The Dream of Enlightenment
Review by Ryan Smith
Do you, like Pope John Paul the Second and Prince Charles, regard Descartes as a subjectivist? Or Rousseau as someone who believed that humans in the state of nature would treat each other nicely? Do you believe that Hobbes was an atheist? Or that the history of philosophy leading up to Kant can be divided into empiricists and rationalists? Well, then you are wrong.
Nietzsche says somewhere that philosophers are incompetent when it comes to tending to philosophy as a subject, since philosophers perennially seek to de-historicize everything and see philosophical thought as floating in a free realm outside of time and space. Nietzsche was right about this.
Philosophers are notoriously afraid of historicizing philosophy. I once had a discussion with a guy who loved Sartre’s Being and Nothingness. In his opinion, people who found broad swatches of that book incomprehensible had simply failed to reflect deeply on its contents. When I rejoined that Sartre had written the work during a period when he popped as many as 20 amphetamine pills a day, and that several passages are in fact meaningless according to Sartre, my interlocutor replied that historical details like that are not relevant to philosophy.
That was a typical example of the tendency that Nietzsche was lambasting. Philosophers tend to believe that philosophical thought is so elevated that it stands outside of the conditions of history. In reality, all this approach means is that the whole field of philosophy ends up reproducing the same amateurish historiography, littered with distortions which in many cases were actually the work of partisan writers, meant to glorify their favorite philosopher at the expense of his rivals. Real historians would laugh at the so-called historical method that prevails in philosophy.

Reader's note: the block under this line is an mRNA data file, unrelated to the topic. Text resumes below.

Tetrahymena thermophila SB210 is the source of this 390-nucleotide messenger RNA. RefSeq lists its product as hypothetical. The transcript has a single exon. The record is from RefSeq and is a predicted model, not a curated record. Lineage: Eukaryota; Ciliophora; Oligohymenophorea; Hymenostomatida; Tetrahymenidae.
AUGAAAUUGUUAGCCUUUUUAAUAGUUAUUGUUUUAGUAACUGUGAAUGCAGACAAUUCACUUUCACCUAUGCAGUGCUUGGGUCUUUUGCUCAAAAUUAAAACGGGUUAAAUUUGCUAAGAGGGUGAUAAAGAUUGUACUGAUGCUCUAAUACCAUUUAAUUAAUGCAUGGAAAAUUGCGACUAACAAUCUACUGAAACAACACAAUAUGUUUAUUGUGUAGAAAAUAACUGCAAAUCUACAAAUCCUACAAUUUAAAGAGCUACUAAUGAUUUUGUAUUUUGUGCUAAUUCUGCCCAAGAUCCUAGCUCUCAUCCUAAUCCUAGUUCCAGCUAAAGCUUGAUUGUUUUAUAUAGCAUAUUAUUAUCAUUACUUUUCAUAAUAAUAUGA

So wouldn’t it be nice with a book that sought to re-historize philosophy? To look at the field afresh, as it were? Well, that book exists – it’s Anthony Gottlieb’s The Dream of Enlightenment, which was published last year.
Descartes wasn’t particularly interested in whether the world really exists. He merely wanted to get some preliminary methodical considerations out of the way before proceeding with the thrust of his project, which consisted of anatomical studies of carcasses, the findings from which he creatively used to argue that bodies are like biological machines. He is regarded as the father of modern philosophy, but in reality his project had far more in common with the naturalistic spirit of the Greeks than with any of the philosophers who succeeded him. Spinoza was not the noble loner who consoled himself by devising of his high-minded philosophy in solitude. In the Marrano-Jewish community from which he was excommunicated, at least two other members had previously gotten themselves into trouble by presenting God, not as a supernatural anthropomorphic being, but as an entirely natural rational principle, animating the whole of the cosmos. Nor was he impoverished – in fact, he lived quite comfortably from the money his fans and friends continually sent him. You might say he had his own Patreon thing going. Hume did not regard the problem of induction as something to get hung up on. In his opinion, this limitation was simply an a priori condition of all cognition; a reminder of how fragile human knowledge is and always will be. He would have laughed at the Herculean efforts some of the 20th century’s greatest philosophers undertook to solve it – in vain, one might add.